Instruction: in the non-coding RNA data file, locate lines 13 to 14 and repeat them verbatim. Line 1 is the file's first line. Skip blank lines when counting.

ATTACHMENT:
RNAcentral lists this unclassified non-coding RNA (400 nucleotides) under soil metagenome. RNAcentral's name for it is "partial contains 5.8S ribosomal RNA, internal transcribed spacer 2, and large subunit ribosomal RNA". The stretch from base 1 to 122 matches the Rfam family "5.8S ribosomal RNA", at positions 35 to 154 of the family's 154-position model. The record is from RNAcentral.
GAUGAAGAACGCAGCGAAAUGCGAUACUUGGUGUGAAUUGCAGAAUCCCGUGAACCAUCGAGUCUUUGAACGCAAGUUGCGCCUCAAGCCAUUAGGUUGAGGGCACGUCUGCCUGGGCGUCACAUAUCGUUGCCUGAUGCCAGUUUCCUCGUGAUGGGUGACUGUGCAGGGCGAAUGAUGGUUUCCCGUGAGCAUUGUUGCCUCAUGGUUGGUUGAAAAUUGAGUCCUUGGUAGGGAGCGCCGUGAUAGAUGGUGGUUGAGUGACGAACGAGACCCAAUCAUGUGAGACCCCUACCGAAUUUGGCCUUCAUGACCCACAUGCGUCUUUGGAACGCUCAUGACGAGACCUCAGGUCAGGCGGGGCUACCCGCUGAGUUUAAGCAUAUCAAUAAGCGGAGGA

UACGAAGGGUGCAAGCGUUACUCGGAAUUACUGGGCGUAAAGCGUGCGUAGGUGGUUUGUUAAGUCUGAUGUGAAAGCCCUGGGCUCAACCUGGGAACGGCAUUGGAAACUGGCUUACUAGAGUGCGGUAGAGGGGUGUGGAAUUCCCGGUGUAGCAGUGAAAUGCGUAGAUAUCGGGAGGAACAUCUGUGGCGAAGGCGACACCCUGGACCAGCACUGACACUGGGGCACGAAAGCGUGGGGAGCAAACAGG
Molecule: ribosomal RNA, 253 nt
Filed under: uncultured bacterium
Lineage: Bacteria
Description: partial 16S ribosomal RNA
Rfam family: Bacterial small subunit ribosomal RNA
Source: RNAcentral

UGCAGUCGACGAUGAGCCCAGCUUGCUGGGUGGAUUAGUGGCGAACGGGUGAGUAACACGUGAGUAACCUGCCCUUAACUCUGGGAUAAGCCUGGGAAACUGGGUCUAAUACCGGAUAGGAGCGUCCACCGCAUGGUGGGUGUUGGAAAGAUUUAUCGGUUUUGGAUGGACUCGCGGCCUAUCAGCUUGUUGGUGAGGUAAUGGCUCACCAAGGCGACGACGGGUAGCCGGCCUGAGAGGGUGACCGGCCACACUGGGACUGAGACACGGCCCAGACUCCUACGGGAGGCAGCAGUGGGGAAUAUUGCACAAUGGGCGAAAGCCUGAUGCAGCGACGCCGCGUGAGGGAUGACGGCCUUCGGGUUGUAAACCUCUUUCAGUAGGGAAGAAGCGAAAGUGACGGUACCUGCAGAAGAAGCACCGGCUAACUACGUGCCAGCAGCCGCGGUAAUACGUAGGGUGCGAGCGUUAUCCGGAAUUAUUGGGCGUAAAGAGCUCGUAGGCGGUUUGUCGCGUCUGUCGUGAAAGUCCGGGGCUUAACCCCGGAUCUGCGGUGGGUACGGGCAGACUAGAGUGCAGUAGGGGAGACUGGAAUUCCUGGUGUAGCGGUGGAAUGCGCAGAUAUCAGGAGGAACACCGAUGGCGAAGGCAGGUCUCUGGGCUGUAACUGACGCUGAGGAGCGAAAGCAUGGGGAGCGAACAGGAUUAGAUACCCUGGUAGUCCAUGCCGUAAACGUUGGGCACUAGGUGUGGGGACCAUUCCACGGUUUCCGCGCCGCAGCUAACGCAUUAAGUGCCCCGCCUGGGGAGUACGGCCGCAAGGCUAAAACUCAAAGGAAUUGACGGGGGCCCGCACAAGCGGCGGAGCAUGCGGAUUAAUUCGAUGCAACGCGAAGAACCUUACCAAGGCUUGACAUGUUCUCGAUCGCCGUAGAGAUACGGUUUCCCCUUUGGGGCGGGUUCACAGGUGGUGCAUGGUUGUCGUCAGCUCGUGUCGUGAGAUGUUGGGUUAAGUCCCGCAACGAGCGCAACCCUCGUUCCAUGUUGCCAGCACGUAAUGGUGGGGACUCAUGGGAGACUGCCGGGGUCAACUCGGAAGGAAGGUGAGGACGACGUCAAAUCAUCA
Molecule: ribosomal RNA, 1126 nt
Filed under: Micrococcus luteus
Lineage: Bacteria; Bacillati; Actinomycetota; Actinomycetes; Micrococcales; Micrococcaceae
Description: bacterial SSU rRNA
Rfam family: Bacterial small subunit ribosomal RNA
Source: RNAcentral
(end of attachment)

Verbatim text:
Lineage: Bacteria; Bacillati; Actinomycetota; Actinomycetes; Micrococcales; Micrococcaceae
Description: bacterial SSU rRNA